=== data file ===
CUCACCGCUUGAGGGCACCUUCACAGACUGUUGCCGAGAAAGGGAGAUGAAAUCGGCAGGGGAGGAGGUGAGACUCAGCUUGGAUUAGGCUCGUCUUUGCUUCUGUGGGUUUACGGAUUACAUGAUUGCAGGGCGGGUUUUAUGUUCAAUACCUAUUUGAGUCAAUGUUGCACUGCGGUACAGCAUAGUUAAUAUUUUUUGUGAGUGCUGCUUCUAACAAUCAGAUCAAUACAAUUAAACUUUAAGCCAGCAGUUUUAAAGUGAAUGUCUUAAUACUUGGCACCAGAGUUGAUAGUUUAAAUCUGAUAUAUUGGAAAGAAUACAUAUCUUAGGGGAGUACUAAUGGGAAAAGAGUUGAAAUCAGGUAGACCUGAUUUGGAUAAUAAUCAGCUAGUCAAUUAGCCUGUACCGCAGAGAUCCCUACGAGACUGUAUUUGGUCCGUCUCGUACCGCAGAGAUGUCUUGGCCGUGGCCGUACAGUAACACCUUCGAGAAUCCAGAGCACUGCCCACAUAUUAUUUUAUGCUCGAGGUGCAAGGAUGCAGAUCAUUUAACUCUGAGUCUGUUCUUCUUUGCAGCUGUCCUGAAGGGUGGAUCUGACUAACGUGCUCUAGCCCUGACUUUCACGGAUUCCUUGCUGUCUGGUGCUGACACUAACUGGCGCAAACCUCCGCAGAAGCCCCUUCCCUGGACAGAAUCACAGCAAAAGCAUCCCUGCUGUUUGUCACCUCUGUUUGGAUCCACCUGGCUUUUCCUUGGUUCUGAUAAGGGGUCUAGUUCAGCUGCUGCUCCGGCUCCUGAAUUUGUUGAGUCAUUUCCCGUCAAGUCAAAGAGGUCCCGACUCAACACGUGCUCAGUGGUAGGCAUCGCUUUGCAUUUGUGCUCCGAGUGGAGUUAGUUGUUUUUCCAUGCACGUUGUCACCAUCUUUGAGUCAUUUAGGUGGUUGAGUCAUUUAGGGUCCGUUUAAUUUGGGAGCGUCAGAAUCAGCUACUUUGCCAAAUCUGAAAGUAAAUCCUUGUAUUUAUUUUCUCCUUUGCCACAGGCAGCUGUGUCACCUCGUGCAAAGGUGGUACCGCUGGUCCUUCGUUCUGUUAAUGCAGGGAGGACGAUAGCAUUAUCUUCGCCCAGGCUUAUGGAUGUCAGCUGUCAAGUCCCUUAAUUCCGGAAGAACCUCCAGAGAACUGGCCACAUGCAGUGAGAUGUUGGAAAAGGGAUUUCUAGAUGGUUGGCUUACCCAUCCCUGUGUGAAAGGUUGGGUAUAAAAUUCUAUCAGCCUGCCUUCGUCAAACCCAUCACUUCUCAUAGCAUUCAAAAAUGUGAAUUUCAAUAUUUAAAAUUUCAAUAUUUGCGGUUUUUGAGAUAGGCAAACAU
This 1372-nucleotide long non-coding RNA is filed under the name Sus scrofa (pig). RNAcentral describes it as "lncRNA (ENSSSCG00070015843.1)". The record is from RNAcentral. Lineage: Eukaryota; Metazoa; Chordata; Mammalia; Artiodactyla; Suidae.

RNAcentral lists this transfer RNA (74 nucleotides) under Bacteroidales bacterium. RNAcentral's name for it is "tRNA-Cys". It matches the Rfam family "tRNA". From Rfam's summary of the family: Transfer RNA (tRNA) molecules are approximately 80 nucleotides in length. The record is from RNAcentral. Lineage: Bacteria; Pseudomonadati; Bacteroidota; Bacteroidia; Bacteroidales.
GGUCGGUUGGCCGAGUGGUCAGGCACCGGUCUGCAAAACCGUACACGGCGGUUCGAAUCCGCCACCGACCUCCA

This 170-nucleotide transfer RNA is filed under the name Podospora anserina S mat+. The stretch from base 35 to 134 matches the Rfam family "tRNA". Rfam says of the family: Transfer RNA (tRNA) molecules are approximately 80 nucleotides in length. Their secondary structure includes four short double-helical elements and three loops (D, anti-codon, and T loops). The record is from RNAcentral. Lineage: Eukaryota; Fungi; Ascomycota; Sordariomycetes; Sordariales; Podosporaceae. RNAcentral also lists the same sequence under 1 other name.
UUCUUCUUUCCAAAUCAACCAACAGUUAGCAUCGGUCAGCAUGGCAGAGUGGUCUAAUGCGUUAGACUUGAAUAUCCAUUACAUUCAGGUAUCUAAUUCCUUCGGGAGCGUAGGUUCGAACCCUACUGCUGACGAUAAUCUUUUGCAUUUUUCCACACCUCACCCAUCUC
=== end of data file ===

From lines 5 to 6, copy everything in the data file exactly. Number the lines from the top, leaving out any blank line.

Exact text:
This 170-nucleotide transfer RNA is filed under the name Podospora anserina S mat+. The stretch from base 35 to 134 matches the Rfam family "tRNA". Rfam says of the family: Transfer RNA (tRNA) molecules are approximately 80 nucleotides in length. Their secondary structure includes four short double-helical elements and three loops (D, anti-codon, and T loops). The record is from RNAcentral. Lineage: Eukaryota; Fungi; Ascomycota; Sordariomycetes; Sordariales; Podosporaceae. RNAcentral also lists the same sequence under 1 other name.
UUCUUCUUUCCAAAUCAACCAACAGUUAGCAUCGGUCAGCAUGGCAGAGUGGUCUAAUGCGUUAGACUUGAAUAUCCAUUACAUUCAGGUAUCUAAUUCCUUCGGGAGCGUAGGUUCGAACCCUACUGCUGACGAUAAUCUUUUGCAUUUUUCCACACCUCACCCAUCUC